What does this parable teach us about prayer? It surely teaches us to pray constantly like the importunate widow, and to thirst for justice, as the Sermon on the Mount would have us do. However, we are not praying to a strong man who will manhandle the bad guys for us. (We would be among those so manhandled in that case.) We are praying with God the Crucified and Risen Widow who offers us freedom from our own injustice so that we can spread justice to others with a burning desire.

The Power of the Ascended Lord

Human_headed_winged_bull_facingAscension Day is a feel-good celebration of Jesus seated at God’s “right hand in the heavenly places, far above all rule and authority and power and dominion, and above every name that is named, not only in this age but also in the age to come.” If Christ is reigning like that and we are reigning with Him and sharing in Christ’s power, then we too are over everybody else just as Jesus is over everybody else. Sounds like a good deal. Or is it? Let’s take a closer look at what this power of Christ is all about.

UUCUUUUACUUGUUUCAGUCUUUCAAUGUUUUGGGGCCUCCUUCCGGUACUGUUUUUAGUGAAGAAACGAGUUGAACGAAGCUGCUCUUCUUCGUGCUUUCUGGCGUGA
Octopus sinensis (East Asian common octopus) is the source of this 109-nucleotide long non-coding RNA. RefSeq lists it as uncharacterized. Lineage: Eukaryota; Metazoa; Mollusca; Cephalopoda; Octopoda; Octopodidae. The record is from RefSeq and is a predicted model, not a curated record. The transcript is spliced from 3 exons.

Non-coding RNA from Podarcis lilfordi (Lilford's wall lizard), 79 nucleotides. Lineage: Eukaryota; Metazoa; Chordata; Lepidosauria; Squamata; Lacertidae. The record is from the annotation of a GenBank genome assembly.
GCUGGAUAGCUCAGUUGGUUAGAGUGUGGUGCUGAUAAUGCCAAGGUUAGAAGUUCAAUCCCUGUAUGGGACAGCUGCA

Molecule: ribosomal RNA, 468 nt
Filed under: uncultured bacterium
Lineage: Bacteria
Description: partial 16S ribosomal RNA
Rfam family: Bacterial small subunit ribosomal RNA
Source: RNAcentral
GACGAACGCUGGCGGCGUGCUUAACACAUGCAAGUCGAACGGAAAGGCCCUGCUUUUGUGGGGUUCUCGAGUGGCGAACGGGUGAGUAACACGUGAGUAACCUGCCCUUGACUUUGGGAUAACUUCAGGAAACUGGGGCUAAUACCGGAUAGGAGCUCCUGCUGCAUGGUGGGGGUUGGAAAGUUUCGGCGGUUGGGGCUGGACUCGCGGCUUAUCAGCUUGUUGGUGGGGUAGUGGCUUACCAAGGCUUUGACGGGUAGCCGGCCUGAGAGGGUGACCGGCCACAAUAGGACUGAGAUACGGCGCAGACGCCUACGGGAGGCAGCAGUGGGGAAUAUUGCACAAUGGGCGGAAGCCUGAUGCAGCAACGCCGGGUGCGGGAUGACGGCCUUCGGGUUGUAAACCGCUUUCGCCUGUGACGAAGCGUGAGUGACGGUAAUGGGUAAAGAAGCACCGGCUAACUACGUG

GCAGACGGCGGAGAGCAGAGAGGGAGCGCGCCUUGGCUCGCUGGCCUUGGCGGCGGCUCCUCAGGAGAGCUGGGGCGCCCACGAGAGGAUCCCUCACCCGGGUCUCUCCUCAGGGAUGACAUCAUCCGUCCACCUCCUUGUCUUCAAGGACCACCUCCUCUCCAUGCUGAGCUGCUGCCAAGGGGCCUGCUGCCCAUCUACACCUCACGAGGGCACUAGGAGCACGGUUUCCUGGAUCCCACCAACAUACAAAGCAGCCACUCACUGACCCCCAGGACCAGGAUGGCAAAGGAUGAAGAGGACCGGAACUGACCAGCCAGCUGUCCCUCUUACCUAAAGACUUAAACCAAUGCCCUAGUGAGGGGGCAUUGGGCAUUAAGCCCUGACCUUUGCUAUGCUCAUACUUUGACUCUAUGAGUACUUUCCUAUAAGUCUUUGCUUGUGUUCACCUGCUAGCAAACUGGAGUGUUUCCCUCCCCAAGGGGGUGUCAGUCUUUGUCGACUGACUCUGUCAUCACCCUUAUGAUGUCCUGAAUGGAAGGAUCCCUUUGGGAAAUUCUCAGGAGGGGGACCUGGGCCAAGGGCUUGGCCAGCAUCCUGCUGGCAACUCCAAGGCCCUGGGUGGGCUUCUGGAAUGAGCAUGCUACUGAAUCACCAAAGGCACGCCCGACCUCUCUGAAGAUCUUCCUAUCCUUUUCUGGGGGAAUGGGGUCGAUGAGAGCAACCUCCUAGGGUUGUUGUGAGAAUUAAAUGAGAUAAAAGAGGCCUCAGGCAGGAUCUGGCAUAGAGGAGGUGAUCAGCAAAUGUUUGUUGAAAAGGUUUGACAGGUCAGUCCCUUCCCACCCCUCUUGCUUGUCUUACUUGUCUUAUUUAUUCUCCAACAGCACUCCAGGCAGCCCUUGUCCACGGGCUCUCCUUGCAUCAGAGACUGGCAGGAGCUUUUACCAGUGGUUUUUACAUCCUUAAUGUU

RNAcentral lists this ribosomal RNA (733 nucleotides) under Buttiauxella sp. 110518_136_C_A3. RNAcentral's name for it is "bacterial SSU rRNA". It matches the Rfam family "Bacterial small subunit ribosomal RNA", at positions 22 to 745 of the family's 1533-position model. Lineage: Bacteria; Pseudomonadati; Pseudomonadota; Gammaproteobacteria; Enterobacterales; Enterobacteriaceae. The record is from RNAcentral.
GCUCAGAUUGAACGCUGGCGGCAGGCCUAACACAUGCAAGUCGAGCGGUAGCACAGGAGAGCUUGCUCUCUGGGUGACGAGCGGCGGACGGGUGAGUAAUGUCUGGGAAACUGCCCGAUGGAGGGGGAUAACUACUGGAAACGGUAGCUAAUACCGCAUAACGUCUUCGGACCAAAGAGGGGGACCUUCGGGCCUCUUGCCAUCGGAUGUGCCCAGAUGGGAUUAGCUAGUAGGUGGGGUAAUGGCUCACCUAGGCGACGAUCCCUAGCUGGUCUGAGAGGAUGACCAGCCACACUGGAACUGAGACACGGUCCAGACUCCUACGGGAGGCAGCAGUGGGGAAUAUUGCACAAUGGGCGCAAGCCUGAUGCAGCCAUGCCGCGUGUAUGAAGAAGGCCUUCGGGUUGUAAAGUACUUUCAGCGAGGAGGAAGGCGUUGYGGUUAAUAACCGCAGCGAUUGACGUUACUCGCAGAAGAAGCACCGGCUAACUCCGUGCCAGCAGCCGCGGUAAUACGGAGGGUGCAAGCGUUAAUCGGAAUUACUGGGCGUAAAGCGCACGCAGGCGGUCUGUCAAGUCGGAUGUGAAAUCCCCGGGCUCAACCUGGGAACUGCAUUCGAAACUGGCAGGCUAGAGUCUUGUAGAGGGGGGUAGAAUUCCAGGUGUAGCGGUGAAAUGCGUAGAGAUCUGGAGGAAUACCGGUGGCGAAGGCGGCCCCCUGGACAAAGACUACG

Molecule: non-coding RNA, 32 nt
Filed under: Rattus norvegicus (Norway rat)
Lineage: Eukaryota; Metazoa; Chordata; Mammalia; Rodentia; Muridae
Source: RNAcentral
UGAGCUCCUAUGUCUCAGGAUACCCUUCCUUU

Getting a sense of how power and especially omnipotence applies to God is tricky. After all, we dream of being omnipotent and invulnerable so we assume that the Master of the Universe wishes the same thing. Not a good assumption.

René Girard noted that power is attributed to the primordial victims of collective violence. (See Violence and the Kingdom of God) That is, the victim was powerful enough to be the cause of the social meltdown and also powerful enough to be the solution to the violence. (The reality, of course, is that such victims were normal humans with no supernatural powers.) The Gospels reveal Jesus as a vulnerable human being who clearly did not cause the social crises of first-century Jerusalem and whose death brought about no solution to it. Whatever power Jesus has, it isn’t this power. The illusion of the power of the victim should make us suspicious about how we attribute power to God.